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Fiscal competition between decentralized jurisdictions, theoretical and empirical evidence

  • Clément Carbonnier

    ()

    (THEMA - Université de Cergy-Pontoise, 33 boulevard du port, F 95011 Cergy-Pontoise cedex, France)

This article provides theoretical and empirical evidence that local fiscal competition generates a bias toward low business tax rates. Furthermore, it is shown that this bias is stronger for smaller jurisdictions. First, a theoretical model is settled with private and public capital and a fixed factor. The fixed factor allows to consider differences between the jurisdictions. The results show that there exists a bias toward low tax rates due to tax competition. This bias generates an underprovision of public capital, and therefore production is smaller with tax competition than with cooperation. Moreover, the bias toward low tax rates is stronger for jurisdictions with less fixed factor. That means that tax competition generates a larger production decrease for smaller jurisdictions. The empirical part aims at estimating the bias toward low tax rates and its dependency with respect to the fixed factor. Panel regressions with temporal and individual fixed effects of the tax rates are implemented with French local data, using the creation of intercity communities. The results indicate that the bias toward low local tax rates is strong: up to 23% decrease for the smaller cities. It is also significantly decreasing with respect to the city size: there is no tax rate decrease due to tax competition for the biggest cities.

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File URL: http://www.u-cergy.fr/thema/repec/2008-17.pdf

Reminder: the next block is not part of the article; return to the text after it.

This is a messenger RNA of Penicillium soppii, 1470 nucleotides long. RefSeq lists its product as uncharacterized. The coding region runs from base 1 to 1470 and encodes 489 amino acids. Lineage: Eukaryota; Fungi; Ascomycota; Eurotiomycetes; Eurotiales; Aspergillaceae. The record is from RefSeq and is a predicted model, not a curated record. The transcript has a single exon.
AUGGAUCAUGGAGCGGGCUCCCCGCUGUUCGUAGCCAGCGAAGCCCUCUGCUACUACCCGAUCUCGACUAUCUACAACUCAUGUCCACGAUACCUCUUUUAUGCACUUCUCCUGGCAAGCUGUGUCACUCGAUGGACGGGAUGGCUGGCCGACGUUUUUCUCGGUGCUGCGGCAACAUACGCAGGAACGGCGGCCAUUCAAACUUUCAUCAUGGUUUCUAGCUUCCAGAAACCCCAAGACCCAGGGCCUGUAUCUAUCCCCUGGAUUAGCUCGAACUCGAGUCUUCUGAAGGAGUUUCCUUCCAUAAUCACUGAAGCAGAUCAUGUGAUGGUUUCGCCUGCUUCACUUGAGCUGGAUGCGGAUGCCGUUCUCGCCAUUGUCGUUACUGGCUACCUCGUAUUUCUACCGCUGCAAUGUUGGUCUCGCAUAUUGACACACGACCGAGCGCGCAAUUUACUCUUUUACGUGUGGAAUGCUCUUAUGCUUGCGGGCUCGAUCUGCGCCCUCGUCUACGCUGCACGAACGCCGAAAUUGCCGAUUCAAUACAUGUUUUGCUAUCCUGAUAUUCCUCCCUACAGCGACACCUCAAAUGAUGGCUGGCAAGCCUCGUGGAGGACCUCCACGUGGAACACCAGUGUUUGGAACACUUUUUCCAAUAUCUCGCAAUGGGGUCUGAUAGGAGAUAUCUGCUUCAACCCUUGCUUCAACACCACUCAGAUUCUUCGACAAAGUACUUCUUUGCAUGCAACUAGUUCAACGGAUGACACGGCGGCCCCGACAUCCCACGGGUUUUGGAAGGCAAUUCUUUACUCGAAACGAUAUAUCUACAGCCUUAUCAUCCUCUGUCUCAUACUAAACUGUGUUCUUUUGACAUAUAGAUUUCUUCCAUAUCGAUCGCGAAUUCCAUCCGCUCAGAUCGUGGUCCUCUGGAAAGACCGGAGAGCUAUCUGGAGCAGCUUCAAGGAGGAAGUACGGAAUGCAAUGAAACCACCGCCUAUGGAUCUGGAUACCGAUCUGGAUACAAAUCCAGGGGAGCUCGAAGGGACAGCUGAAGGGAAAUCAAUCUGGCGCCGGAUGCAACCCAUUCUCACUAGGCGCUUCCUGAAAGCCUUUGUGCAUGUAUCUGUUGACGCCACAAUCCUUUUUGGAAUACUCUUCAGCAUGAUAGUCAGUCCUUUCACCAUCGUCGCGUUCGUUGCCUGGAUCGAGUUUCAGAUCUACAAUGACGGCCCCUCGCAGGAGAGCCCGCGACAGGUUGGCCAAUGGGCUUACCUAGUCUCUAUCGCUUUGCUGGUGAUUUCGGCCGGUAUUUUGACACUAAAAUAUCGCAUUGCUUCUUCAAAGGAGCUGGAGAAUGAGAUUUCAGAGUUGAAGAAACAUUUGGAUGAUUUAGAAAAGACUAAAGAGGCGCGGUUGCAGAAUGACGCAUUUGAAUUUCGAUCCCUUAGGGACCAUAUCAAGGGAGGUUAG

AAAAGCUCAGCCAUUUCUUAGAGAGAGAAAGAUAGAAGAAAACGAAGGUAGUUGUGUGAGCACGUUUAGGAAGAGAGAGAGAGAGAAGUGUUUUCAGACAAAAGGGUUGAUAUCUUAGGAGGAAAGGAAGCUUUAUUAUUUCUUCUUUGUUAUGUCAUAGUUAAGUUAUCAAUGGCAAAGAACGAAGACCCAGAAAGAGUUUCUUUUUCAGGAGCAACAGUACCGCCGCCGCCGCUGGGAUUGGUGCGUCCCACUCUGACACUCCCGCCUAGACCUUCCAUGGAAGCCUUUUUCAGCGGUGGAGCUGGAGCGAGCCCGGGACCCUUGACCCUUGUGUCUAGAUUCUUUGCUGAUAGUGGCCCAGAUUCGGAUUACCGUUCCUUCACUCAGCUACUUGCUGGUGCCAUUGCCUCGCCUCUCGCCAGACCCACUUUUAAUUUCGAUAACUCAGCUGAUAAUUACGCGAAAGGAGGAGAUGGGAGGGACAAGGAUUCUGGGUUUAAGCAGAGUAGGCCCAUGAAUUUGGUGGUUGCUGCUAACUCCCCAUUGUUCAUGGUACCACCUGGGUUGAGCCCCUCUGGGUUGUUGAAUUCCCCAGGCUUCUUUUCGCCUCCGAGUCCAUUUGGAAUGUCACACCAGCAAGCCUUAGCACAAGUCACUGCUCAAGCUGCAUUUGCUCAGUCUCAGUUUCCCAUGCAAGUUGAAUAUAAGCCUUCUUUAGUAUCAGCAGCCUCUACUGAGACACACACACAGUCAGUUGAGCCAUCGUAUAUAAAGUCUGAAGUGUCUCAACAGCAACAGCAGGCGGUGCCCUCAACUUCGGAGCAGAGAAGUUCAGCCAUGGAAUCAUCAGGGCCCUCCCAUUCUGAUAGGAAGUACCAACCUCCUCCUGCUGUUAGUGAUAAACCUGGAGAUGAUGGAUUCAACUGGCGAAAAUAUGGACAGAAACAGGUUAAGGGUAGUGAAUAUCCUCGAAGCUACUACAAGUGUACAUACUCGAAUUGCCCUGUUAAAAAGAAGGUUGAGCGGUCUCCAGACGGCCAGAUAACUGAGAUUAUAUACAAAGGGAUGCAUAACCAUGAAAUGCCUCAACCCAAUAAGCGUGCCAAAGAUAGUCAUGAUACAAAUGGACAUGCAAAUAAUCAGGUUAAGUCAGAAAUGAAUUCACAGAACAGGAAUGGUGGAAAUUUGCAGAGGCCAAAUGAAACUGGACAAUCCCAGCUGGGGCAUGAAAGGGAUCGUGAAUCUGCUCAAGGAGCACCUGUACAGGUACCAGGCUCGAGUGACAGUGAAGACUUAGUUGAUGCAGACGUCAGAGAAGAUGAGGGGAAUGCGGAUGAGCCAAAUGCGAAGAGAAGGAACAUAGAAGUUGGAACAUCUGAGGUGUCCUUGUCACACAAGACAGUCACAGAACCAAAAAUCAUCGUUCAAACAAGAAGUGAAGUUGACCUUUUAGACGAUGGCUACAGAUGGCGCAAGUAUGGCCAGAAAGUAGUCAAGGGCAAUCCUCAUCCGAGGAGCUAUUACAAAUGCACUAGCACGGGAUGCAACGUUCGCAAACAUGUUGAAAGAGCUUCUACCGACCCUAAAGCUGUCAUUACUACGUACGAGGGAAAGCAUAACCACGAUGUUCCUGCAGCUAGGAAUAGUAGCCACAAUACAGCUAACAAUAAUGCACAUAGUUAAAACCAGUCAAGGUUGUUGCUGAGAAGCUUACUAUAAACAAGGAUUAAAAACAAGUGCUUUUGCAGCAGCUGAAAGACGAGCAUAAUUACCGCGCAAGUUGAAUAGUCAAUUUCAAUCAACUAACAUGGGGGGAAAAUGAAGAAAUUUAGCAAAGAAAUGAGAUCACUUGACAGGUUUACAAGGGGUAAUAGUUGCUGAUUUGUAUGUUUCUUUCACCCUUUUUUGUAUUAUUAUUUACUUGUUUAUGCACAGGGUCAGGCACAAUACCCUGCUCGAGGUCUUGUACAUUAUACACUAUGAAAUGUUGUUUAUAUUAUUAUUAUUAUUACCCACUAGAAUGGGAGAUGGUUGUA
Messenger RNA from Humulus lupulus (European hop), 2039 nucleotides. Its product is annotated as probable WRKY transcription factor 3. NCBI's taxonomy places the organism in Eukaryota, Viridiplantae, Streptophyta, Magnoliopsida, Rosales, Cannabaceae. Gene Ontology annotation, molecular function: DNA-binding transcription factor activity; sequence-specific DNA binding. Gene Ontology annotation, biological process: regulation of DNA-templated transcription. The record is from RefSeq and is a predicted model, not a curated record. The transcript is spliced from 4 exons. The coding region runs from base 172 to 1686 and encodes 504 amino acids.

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Paper provided by THEMA (THéorie Economique, Modélisation et Applications), Université de Cergy-Pontoise in its series THEMA Working Papers with number 2008-17.

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Date of creation: 2008
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Handle: RePEc:ema:worpap:2008-17
Contact details of provider: Postal: 33, boulevard du port - 95011 Cergy-Pontoise Cedex
Phone: 33 1 34 25 60 63
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Web page: http://thema.u-cergy.fr
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  1. Buettner, Thiess, 2001. "Local business taxation and competition for capital: the choice of the tax rate," Regional Science and Urban Economics, Elsevier, vol. 31(2-3), pages 215-245, April.
  2. Barankay, Iwan & Lockwood, Ben, 2006. "Decentralization and the Productive Efficiency of Government: Evidence from Swiss Cantons," IZA Discussion Papers 2477, Institute for the Study of Labor (IZA).
  3. Buettner, Thiess, 2003. "Tax base effects and fiscal externalities of local capital taxation: evidence from a panel of German jurisdictions," Journal of Urban Economics, Elsevier, vol. 54(1), pages 110-128, July.
  4. Andrew Haughwout & Robert Inman & Steven G. Craig & Thomas Luce, 2000. "Local Revenue Hills: Evidence from Four U. S. Cities," PIER Working Paper Archive 03-012, Penn Institute for Economic Research, Department of Economics, University of Pennsylvania, revised 01 Mar 2003.
  5. Haughwout, Andrew F. & Inman, Robert P., 2001. "Fiscal policies in open cities with firms and households," Regional Science and Urban Economics, Elsevier, vol. 31(2-3), pages 147-180, April.
  6. Todd M. Gabe & Kathleen P. Bell, 2004. "Tradeoffs between Local Taxes and Government Spending as Determinants of Business Location," Journal of Regional Science, Wiley Blackwell, vol. 44(1), pages 21-41.
  7. Thornton, John, 2007. "Fiscal decentralization and economic growth reconsidered," Journal of Urban Economics, Elsevier, vol. 61(1), pages 64-70, January.
  8. Masayoshi Hayashi & Robin Boadway, 2001. "An empirical analysis of intergovernmental tax interaction: the case of business income taxes in Canada," Canadian Journal of Economics, Canadian Economics Association, vol. 34(2), pages 481-503, May.
  9. Alberto Alesina & Enrico Spolaore, 1995. "On the Number and Size of Nations," NBER Working Papers 5050, National Bureau of Economic Research, Inc.
  10. Mutti, John & Morgan, William & Partridge, Mark, 1989. "The incidence of regional taxes in a general equilibrium framework," Journal of Public Economics, Elsevier, vol. 39(1), pages 83-107, June.
  11. Michael Smart, 1998. "Taxation and Deadweight Loss in a System of Intergovernmental Transfers," Canadian Journal of Economics, Canadian Economics Association, vol. 31(1), pages 189-206, February.
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